So how did it happen? To understand what made The Simpsons fall, we have to understand what put it at the top of the zeitgeist in the first place. Not only did the counterculture still exist back in the 1990s, The Simpsons quickly came to constitute its most popular expression. And as with any powerful countercultural product, it was just as quickly labeled dangerous, as anyone who grew up describing each week's episode of the show to friends not allowed to watch it remember. Yet its "rebellious satire" and all the consequent violations both subtle and blatant of the staid conventions of mainstream American culture (especially in its purest manifestation, the sitcom) came unfailingly accompanied by "comedy grounded in character and heart."




The fact that The Simpsons' first generation of writers might well revise a joke twenty or thirty times — creating the countless moments of intricately structured, multilayered verbal and visual comedy we still remember today — didn't hurt. But even if current writers put in the same hours, they do it on a show that has long since lost touch with what made it great. While each of its characters once had "a very specific set of conflicting beliefs and motivations," they now seem to do or say anything, no matter how implausible or absurd, that serves the gag of the moment. Celebrity guest stars stopped playing characters specially crafted for them but caricatures of themselves. Plots became bizarre. "The only thing that The Simpsons was a parody of now," says Super Eyepatch Wolf bringing us to the present day, "was The Simpsons."

While the show has been self-referentially acknowledging its own decline since about the turn of the millennium, that doesn't make comparisons with its 1990s "golden age" any less dispiriting. One thinks of the comic strip Calvin and Hobbes, another generational touchstone, whose creator Bill Watterson ended it after just ten years: it still finds an audience today in part, he says, "because I chose not to run the wheels off it.” The Simpsons, by contrast, now draws its lowest ratings ever, and it would pain those of us who grew up with it as much to see it end as it does to see it keep going. But then, "entertainment isn't meant to last forever. Rather, it's an extension of the people and places that made it at a particular moment in time." The Simpsons at its countercultural best will always define that moment, no matter how long it insists on running beyond it.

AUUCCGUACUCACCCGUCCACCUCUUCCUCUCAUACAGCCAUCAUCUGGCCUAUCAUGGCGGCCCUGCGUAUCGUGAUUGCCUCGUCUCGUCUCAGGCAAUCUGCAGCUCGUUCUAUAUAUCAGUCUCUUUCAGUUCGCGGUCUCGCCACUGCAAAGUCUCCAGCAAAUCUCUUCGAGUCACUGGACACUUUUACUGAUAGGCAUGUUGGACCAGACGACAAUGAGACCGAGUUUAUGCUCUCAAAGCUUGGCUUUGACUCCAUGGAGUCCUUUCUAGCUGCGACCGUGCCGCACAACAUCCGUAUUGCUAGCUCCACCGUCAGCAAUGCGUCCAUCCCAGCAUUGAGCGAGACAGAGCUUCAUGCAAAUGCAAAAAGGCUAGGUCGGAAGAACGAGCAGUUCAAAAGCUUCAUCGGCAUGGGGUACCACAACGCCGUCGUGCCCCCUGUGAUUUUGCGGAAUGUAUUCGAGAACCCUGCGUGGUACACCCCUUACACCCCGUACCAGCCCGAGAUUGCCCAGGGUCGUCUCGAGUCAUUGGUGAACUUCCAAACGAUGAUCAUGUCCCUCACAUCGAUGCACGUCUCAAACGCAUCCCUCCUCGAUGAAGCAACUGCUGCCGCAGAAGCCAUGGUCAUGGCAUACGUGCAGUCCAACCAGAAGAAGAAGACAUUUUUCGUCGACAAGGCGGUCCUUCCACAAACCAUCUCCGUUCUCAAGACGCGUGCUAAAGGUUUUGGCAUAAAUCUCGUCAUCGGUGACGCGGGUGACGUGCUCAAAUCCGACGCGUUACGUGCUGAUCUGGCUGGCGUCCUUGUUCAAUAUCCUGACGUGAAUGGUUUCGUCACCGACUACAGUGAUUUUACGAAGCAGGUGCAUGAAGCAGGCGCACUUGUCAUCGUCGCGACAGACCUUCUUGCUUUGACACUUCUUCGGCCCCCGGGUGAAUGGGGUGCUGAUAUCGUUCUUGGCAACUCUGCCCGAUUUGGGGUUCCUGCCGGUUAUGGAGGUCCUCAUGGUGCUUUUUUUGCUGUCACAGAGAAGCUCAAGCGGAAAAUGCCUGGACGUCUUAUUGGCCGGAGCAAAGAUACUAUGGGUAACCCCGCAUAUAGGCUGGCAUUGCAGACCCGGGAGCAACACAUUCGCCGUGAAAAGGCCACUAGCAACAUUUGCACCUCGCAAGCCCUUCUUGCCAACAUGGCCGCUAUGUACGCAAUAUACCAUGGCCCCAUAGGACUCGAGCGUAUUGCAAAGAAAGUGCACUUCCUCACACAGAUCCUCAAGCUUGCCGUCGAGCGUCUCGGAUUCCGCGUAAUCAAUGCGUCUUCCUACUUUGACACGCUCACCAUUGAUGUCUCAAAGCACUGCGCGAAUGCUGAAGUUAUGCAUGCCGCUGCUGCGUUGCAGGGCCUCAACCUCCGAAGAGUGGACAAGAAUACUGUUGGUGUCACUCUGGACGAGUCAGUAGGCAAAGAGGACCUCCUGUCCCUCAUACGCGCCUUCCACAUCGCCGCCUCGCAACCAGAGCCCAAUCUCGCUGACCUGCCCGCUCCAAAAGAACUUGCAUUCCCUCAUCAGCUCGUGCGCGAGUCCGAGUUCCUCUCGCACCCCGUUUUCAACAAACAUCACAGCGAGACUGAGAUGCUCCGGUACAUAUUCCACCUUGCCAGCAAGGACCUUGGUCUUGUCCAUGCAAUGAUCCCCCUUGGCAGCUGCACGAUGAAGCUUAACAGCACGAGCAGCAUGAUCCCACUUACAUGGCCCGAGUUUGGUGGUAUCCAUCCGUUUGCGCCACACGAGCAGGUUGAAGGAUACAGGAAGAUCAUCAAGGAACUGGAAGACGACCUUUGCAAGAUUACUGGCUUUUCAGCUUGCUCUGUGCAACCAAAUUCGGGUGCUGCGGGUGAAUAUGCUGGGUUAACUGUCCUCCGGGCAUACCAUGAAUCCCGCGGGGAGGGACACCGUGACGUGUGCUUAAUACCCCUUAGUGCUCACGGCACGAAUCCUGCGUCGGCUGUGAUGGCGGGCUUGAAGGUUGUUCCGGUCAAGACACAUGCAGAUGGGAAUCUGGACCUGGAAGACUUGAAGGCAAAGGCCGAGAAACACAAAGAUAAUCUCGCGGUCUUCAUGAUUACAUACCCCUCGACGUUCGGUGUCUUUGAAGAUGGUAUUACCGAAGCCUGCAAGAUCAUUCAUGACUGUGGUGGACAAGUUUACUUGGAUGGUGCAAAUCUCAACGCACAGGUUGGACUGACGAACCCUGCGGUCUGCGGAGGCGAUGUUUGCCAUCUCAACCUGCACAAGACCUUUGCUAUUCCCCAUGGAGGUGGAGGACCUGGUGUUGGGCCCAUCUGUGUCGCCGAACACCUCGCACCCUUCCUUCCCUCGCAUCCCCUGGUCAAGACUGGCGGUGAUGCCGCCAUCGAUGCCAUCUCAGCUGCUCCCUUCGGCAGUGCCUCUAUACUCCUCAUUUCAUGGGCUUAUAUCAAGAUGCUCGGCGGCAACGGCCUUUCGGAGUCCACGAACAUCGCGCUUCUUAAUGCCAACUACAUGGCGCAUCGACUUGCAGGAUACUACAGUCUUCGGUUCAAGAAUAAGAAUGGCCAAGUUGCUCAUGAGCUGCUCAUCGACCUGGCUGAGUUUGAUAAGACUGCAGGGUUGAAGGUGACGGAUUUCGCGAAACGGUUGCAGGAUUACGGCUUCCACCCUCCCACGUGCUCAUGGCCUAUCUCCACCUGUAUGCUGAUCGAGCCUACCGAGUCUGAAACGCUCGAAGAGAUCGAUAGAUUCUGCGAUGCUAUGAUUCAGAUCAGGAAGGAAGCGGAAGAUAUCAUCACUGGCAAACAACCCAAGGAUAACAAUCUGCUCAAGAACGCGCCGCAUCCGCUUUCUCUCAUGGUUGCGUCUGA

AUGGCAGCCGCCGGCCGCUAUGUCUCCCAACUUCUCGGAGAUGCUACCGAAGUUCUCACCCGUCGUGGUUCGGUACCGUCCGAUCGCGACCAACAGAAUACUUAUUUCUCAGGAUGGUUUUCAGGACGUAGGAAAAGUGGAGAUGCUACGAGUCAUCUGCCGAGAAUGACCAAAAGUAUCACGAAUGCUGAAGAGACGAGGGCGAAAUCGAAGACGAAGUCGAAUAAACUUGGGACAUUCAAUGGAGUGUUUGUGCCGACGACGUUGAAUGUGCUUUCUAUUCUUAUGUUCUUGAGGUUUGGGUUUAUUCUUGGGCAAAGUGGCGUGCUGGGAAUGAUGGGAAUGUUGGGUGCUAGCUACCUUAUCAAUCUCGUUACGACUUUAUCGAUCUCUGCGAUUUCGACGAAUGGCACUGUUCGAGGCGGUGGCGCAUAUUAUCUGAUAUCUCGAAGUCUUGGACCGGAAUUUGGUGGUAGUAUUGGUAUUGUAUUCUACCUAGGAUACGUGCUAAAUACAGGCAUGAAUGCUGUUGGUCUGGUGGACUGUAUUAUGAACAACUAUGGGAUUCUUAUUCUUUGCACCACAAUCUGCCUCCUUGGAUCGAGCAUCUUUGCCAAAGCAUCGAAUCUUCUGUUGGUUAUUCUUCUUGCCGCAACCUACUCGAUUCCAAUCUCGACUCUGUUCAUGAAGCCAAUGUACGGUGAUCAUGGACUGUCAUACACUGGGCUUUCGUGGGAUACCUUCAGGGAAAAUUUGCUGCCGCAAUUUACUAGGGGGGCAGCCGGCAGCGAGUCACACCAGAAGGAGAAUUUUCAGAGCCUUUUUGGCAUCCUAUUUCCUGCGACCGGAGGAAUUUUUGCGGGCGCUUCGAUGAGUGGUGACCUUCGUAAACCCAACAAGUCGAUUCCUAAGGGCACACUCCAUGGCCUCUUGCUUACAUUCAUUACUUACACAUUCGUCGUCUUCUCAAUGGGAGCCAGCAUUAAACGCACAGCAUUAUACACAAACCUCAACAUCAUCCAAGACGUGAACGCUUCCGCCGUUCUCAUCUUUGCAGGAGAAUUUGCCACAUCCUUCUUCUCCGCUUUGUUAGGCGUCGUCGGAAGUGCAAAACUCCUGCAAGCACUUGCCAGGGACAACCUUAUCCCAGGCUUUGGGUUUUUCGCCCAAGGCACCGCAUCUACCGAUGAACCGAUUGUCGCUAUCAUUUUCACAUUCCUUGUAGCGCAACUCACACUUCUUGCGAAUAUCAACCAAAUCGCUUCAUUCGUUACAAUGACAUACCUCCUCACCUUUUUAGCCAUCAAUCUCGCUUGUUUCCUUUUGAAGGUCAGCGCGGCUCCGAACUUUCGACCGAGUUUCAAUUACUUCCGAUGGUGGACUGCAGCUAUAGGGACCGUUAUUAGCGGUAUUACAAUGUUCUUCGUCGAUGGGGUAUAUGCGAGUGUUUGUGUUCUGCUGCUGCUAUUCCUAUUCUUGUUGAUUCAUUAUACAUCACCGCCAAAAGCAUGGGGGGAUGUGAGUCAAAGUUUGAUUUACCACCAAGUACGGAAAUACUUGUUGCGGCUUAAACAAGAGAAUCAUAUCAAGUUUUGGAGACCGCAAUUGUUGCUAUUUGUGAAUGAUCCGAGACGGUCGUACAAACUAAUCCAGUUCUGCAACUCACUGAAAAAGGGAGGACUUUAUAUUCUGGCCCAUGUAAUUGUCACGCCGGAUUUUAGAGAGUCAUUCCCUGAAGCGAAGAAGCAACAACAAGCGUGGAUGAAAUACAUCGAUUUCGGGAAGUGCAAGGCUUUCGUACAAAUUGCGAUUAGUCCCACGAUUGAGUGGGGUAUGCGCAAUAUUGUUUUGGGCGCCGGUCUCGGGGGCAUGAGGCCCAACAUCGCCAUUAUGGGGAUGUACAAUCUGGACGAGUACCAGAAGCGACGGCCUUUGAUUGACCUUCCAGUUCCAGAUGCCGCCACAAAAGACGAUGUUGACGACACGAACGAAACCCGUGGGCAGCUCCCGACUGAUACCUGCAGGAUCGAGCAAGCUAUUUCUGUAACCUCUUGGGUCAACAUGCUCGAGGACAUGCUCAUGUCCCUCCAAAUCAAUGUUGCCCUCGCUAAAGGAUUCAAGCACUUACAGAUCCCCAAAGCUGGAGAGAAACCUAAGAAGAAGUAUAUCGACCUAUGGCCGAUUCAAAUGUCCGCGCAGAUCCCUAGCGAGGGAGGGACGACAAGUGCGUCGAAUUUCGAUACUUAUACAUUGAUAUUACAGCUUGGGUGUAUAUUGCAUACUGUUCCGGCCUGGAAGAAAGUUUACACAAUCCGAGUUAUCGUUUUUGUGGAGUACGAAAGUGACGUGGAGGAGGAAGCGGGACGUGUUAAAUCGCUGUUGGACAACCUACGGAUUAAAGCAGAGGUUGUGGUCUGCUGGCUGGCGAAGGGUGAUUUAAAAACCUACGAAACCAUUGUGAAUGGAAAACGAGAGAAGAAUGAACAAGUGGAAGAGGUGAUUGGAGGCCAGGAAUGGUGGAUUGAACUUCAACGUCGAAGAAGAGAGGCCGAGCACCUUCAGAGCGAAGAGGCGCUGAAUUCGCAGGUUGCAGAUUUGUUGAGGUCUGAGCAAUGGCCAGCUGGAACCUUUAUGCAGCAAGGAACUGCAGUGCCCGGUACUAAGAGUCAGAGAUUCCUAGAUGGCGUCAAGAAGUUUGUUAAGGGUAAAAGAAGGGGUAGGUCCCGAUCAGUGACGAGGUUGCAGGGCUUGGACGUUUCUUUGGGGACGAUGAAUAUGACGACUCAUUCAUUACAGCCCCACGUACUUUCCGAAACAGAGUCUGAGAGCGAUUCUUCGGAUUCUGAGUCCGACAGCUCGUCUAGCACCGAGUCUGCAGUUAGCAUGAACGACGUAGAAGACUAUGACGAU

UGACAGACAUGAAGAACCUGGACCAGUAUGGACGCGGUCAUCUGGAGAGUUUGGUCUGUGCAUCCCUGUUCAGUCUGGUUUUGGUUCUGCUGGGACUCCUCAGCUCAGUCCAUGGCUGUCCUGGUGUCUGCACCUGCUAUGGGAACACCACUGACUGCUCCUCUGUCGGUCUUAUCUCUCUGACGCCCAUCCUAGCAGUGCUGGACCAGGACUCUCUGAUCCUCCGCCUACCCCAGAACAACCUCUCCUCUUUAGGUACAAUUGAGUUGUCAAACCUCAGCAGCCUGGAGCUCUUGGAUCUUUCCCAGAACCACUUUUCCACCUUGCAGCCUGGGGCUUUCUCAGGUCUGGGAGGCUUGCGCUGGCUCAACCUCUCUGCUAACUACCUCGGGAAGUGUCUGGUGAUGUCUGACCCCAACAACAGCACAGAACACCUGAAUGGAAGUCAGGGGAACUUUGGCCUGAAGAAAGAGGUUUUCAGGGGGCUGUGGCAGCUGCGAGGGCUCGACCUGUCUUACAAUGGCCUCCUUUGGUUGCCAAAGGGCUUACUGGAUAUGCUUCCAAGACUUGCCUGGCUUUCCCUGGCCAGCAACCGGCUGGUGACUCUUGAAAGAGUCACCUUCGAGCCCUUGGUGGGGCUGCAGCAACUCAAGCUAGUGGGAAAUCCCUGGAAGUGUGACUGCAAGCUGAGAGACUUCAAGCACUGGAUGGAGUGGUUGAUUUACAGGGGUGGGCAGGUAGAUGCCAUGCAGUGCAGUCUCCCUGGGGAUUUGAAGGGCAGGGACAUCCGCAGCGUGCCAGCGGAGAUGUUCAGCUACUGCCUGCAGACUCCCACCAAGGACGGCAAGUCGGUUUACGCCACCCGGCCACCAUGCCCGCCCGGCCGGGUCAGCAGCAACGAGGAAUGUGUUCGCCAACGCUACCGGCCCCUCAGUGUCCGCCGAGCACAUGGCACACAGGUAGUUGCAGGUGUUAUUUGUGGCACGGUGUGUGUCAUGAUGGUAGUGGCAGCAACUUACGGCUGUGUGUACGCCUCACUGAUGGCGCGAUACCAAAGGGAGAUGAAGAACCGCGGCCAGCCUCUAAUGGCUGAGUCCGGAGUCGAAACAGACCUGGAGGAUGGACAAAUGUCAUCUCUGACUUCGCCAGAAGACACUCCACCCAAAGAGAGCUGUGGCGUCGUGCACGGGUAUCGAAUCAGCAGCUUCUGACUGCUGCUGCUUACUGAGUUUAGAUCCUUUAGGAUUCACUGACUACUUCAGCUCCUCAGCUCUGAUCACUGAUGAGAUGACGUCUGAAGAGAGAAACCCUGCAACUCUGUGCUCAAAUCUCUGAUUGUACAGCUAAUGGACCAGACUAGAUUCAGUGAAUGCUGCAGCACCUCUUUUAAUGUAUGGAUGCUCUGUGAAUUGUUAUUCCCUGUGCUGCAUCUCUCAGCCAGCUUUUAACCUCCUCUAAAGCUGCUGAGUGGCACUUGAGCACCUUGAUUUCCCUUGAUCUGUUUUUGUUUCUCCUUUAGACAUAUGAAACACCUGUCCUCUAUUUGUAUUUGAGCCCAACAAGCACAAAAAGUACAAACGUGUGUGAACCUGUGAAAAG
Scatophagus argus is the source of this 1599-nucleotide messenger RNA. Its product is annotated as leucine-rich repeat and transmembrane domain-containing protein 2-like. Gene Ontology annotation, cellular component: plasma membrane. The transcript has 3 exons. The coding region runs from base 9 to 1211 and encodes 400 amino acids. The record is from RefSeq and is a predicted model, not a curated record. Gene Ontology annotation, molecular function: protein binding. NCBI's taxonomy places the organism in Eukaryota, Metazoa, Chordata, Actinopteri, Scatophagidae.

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Based in Seoul, Colin Marshall writes and broadcasts on cities and culture. His projects include the book The Stateless City: a Walk through 21st-Century Los Angeles and the video series The City in Cinema. Follow him on Twitter at @colinmarshall or on Facebook.

How Master Japanese Animator Satoshi Kon Pushed the Boundaries of Making Anime: A Video Essay

To casual viewers, most Japanese animation (at least apart from the elegant work of Hayao Miyazaki and his collaborators at Studio Ghibli) can look like a pretty unsophisticated and even disreputable affair, characterized by crude flashiness, convoluted storylines, and bizarre, sophomoric humor. All those things do, of course, exist in the realm of anime, but only because everything does: if Japan's version of animation often rises above those of other cultures, it does so as a result of that culture regarding animation as simply cinema by other means. And any cinematic form will inevitably produce diverse virtuosity: to see how a master Japanese animator can have a sensibility completely different from that of Miyazaki, look no further than Satoshi Kon.

"Even if you don't know his work, you have certainly seen some of these images," says Every Frame a Painting's Tony Zhou in the series' video essay on Kon's work, which includes the internationally acclaimed films Perfect BlueTokyo Godfathers, and Paprika.




"He is an acknowledged influence on both Darren Aronofsky and Christopher Nolan, and he has a fan base that includes just about everyone who loves animation." The essay shows us how those two Western live-action auteurs, among Kon's other fans, have borrowed his images for their own stories, just as Kon, in turn, drew a great deal of inspiration from a similarly unlikely source: George Roy Hill's 1972 cinematic adaptation of Kurt Vonnegut's novel Slaughterhouse-Five.

More specifically, Kon drew inspiration from the film's inventive and surprising cuts from one scene to another, a formal reflection of its chronology-and-geography-jumping protagonist's state of being "unstuck in time." Throughout his decade-long feature filmmaking career, Kon "was constantly showing one image and then revealing that it wasn't what you thought it was." Kon died in 2010, having "pushed animation in ways that aren't really possible in live action, not just elastic images but elastic editing, a unique way of moving from image to image, scene to scene." His accomplishments live on not just in his own work, but in all the ways the creators who admire it continue to adapt his innovations for their own, even in the traditionally "respectable" forms of cinema.

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Based in Seoul, Colin Marshall writes and broadcasts on cities and culture. His projects include the book The Stateless City: a Walk through 21st-Century Los Angeles and the video series The City in Cinema. Follow him on Twitter at @colinmarshall or on Facebook.